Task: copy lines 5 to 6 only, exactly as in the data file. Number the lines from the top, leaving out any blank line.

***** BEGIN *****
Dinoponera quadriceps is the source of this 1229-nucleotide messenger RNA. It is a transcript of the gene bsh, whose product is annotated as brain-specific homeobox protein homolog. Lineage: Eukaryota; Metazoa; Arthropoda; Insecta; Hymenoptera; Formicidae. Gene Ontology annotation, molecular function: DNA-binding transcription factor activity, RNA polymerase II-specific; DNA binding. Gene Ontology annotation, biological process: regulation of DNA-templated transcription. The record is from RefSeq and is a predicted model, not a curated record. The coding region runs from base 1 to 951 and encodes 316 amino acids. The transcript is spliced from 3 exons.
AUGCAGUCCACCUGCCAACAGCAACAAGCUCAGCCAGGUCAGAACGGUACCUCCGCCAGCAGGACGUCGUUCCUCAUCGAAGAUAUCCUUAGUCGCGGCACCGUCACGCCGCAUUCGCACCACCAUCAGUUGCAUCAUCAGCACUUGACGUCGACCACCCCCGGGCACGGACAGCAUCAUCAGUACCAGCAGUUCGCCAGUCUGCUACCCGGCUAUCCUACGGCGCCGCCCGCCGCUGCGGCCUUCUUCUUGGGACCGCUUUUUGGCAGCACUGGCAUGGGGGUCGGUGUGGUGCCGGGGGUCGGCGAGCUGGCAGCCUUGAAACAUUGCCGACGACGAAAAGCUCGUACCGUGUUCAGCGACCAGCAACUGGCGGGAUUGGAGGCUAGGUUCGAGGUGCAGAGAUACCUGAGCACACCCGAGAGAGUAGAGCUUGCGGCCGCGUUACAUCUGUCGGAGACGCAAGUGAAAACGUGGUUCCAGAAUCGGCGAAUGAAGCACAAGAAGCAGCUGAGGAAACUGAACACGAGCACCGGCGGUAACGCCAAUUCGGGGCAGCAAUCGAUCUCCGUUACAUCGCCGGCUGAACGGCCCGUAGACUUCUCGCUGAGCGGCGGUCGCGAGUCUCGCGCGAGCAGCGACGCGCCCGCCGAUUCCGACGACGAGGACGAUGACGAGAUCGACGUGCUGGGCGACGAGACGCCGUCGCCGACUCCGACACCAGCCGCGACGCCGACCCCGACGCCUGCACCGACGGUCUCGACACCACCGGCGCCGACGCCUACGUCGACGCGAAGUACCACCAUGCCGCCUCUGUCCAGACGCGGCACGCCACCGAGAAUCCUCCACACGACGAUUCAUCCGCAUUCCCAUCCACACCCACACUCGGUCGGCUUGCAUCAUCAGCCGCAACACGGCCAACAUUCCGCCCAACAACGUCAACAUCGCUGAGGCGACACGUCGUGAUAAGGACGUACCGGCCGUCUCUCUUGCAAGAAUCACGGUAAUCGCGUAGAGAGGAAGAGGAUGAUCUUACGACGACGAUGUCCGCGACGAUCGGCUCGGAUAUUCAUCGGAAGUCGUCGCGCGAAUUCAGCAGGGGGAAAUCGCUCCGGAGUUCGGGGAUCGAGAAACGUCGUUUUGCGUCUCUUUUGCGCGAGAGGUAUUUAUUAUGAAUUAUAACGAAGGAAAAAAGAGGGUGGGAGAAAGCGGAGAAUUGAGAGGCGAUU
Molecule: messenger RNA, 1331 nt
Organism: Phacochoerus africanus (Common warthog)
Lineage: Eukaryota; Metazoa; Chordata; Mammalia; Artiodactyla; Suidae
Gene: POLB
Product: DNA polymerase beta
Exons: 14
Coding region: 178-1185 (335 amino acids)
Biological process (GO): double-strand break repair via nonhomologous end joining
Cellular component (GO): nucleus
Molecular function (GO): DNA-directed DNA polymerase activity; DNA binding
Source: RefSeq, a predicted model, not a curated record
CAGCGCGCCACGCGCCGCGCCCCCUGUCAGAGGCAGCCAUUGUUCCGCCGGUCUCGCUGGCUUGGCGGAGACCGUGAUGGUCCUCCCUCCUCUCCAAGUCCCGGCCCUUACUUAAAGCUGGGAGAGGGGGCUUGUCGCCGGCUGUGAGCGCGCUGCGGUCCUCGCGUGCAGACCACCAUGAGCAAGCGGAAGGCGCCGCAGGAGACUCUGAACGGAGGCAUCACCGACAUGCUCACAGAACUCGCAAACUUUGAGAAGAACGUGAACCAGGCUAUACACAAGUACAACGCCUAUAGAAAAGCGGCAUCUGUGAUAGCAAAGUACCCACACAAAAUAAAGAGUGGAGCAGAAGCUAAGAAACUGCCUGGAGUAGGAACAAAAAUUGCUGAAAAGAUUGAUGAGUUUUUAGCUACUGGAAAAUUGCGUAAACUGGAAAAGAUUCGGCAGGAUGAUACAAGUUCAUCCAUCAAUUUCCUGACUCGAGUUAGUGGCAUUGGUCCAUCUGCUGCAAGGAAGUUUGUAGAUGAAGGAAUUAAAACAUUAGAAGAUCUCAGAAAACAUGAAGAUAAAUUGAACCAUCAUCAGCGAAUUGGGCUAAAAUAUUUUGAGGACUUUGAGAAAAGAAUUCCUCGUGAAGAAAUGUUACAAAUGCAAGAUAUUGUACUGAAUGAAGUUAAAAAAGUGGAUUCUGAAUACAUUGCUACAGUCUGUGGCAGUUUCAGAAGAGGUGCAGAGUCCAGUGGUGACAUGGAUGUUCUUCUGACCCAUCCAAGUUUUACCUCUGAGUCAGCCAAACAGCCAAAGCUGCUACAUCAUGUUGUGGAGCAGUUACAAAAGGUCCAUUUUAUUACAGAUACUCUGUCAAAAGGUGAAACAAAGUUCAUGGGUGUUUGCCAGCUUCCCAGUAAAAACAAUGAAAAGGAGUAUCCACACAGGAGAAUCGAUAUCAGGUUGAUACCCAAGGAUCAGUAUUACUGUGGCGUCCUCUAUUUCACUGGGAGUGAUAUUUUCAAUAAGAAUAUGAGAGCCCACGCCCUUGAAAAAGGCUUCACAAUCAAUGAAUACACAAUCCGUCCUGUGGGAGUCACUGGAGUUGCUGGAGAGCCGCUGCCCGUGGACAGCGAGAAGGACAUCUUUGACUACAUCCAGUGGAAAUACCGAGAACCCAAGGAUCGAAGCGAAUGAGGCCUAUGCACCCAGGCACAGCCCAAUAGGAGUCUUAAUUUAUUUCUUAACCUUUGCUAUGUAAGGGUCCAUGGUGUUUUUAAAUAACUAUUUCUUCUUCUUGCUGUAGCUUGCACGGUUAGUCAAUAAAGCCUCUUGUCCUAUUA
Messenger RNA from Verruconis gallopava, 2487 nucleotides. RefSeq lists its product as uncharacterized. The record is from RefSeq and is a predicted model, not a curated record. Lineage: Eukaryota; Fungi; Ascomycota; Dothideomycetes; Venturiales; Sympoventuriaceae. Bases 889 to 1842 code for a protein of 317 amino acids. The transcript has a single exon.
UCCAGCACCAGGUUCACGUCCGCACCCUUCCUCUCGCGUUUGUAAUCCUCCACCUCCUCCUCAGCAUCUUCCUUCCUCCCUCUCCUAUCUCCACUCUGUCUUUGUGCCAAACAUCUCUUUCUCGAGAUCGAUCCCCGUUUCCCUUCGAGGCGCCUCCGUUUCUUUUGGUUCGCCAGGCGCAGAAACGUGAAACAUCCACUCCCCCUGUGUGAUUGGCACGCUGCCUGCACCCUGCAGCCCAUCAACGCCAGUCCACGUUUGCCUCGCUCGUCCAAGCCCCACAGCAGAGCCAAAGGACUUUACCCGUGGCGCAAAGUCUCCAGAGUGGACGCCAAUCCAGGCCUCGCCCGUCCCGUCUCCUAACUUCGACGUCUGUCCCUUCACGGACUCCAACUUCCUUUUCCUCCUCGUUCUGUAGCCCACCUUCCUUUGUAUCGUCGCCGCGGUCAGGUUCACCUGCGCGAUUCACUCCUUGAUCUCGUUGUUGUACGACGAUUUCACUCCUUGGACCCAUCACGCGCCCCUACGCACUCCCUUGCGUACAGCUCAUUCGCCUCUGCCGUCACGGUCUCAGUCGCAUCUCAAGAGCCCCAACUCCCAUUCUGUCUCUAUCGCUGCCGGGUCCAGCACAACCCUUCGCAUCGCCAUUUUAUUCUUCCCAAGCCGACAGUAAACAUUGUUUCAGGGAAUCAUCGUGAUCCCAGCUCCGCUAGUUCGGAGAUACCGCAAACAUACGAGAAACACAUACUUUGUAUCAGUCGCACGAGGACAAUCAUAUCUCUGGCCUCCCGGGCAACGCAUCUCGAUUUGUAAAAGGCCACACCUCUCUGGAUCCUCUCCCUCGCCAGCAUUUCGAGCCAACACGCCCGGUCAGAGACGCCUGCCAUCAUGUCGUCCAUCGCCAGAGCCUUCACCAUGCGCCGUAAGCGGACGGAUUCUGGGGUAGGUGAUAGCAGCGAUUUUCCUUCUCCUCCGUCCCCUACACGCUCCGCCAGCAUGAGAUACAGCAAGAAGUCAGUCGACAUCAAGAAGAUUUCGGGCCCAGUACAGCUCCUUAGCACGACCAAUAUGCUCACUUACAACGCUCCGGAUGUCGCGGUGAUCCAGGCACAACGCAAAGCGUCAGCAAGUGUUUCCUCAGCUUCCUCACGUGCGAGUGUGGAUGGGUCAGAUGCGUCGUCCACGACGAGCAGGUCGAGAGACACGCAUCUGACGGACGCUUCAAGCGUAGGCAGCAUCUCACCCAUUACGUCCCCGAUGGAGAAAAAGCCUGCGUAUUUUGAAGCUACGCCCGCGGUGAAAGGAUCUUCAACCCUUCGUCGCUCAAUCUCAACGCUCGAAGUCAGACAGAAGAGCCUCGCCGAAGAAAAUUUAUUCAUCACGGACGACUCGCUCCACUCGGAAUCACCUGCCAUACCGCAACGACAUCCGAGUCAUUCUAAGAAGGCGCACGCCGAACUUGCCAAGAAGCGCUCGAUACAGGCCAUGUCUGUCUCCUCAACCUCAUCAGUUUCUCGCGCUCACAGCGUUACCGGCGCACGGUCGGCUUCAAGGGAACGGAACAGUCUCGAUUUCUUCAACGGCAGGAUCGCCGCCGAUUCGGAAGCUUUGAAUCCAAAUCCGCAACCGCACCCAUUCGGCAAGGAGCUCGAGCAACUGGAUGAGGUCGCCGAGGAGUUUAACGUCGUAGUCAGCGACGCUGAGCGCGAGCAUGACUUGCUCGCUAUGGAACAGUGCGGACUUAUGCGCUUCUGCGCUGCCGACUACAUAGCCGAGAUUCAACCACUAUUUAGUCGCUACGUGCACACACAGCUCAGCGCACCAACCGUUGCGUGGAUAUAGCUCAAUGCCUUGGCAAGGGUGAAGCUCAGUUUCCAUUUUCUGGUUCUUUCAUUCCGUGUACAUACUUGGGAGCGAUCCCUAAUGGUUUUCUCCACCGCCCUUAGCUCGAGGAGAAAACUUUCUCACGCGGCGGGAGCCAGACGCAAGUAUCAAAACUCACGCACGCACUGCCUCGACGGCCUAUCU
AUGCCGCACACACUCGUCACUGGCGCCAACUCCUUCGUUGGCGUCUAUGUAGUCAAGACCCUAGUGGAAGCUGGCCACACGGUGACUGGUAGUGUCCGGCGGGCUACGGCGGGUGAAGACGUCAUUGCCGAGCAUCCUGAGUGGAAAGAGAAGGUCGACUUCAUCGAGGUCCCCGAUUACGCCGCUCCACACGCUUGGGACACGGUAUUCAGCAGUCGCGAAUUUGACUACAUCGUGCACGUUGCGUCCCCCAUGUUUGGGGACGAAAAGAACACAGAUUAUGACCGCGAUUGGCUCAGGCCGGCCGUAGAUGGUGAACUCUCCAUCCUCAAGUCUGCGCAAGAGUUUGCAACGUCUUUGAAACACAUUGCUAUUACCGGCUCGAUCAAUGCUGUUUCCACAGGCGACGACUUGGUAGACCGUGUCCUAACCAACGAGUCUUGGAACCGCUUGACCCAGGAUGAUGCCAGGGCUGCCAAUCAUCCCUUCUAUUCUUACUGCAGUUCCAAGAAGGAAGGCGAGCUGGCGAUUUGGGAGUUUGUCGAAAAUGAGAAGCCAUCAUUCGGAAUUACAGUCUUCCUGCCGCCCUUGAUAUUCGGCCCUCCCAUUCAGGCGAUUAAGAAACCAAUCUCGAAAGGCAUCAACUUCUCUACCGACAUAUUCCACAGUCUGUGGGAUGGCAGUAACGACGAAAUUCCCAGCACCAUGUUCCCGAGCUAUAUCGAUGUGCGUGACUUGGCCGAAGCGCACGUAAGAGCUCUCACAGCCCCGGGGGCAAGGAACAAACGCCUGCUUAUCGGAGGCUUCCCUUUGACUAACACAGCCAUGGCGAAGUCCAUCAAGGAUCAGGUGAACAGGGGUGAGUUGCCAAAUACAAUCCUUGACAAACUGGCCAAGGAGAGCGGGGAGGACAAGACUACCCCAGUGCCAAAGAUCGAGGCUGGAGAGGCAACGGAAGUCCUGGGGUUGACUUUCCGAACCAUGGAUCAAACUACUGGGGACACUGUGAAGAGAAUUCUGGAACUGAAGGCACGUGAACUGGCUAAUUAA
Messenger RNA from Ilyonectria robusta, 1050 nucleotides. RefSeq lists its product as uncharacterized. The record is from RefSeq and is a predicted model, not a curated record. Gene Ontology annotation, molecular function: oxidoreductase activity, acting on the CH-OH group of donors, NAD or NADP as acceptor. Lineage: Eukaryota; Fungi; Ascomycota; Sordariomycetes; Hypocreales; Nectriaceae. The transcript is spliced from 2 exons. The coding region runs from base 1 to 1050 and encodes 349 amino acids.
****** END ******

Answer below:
Lineage: Eukaryota; Metazoa; Chordata; Mammalia; Artiodactyla; Suidae
Gene: POLB